Today I take a look at Chillingo’s latest game, Storm in a Teacup for the iPhone, which goes for 99 cents on the App Store.

Storm in a Teacup is a physics-based platformer (what a surprise from the creators of Angry Birds) with polished graphics and sound design. In terms of art direction, the game tries its hardest to feel stylistically whole, but the style feels a bit off, like the game was thrown together in Photoshop. Plus, there’s annoying stickers everywhere, presumably desperate attempts at subliminally teasing the player into collecting more trinkets. In addition, if you take a look at the player’s character you’ll see it isn’t very consistent with the rest of the game. Here’s the low-down:

What to Like:

  • Physics puzzles
  • Smooth gameplay
  • Cuteness
  • Simplicity
  • Perfect for perfectionists
  • 99 CENTS MAN!!

What to Dislike:

  • Simple physics puzzles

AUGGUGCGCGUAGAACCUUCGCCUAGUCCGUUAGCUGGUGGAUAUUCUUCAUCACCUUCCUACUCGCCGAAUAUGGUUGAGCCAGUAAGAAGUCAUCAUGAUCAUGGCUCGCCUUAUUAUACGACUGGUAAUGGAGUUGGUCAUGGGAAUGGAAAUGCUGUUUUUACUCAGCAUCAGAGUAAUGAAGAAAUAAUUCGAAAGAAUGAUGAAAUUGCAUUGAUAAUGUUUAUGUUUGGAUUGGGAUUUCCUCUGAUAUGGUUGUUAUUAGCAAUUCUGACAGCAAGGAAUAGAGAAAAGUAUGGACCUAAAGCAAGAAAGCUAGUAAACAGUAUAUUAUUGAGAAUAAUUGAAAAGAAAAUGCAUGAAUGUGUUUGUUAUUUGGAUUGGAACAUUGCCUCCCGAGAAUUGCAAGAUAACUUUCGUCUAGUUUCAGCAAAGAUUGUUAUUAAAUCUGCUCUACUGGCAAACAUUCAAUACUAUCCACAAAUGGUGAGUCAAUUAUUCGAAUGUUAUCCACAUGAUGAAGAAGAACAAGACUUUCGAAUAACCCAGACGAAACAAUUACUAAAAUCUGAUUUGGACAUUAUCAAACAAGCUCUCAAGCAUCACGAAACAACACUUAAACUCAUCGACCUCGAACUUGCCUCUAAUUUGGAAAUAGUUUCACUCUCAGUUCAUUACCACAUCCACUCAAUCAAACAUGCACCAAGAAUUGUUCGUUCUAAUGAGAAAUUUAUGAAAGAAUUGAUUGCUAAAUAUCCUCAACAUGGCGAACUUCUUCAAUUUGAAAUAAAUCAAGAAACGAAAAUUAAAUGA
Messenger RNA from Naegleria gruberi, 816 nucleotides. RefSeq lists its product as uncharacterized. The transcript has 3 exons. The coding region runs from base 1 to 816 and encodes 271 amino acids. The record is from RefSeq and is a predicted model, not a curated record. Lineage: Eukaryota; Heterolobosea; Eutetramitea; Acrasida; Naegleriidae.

• Relies on pixel-perfect jumps a little too much
  • Cuteness
  • Conflicting art style
  • No story

While it was fun while it lasted, physics platformers are getting a little stale as of late. Chillingo seems to be experimenting here, just releasing small games with undeveloped (almost alpha-level) art styles in a search for the next Angry Birds.

The Rotting Cartridge gives Storm in a Teacup a THREE…. out of five.

This is part two of an x-part series summarizing the design of one of the greatest games of all time, SOTC. Part 1 can be found here.

Welcome back to Design Theatre! Today, we’ll take a look at how Shadow of the Colossus (SOTC) was designed in its first major sections of gameplay.

There are sixteen bosses in Shadow of the Colossus, each with a unique twist on the “stab its vitals” formula. The first boss, a giant wandering colossus with a club, is by far the easiest, only requiring the player to climb up its leg and stab its head to defeat it. However, at this early point in the game, the player doesn’t yet know they have to do this, and since the player has likely never faced something this large in a game before, they panic. The battle serves as a tutorial, teaching the player the fundamentals of how to defeat a colossus, without giving them all the answers. For example, it is hard to imagine that the latter bosses of the game require the player to utilize their environment in creative ways to defeat them, yet the goal – climb the colossus and stab it with your sword – remains the same. From this section we learn: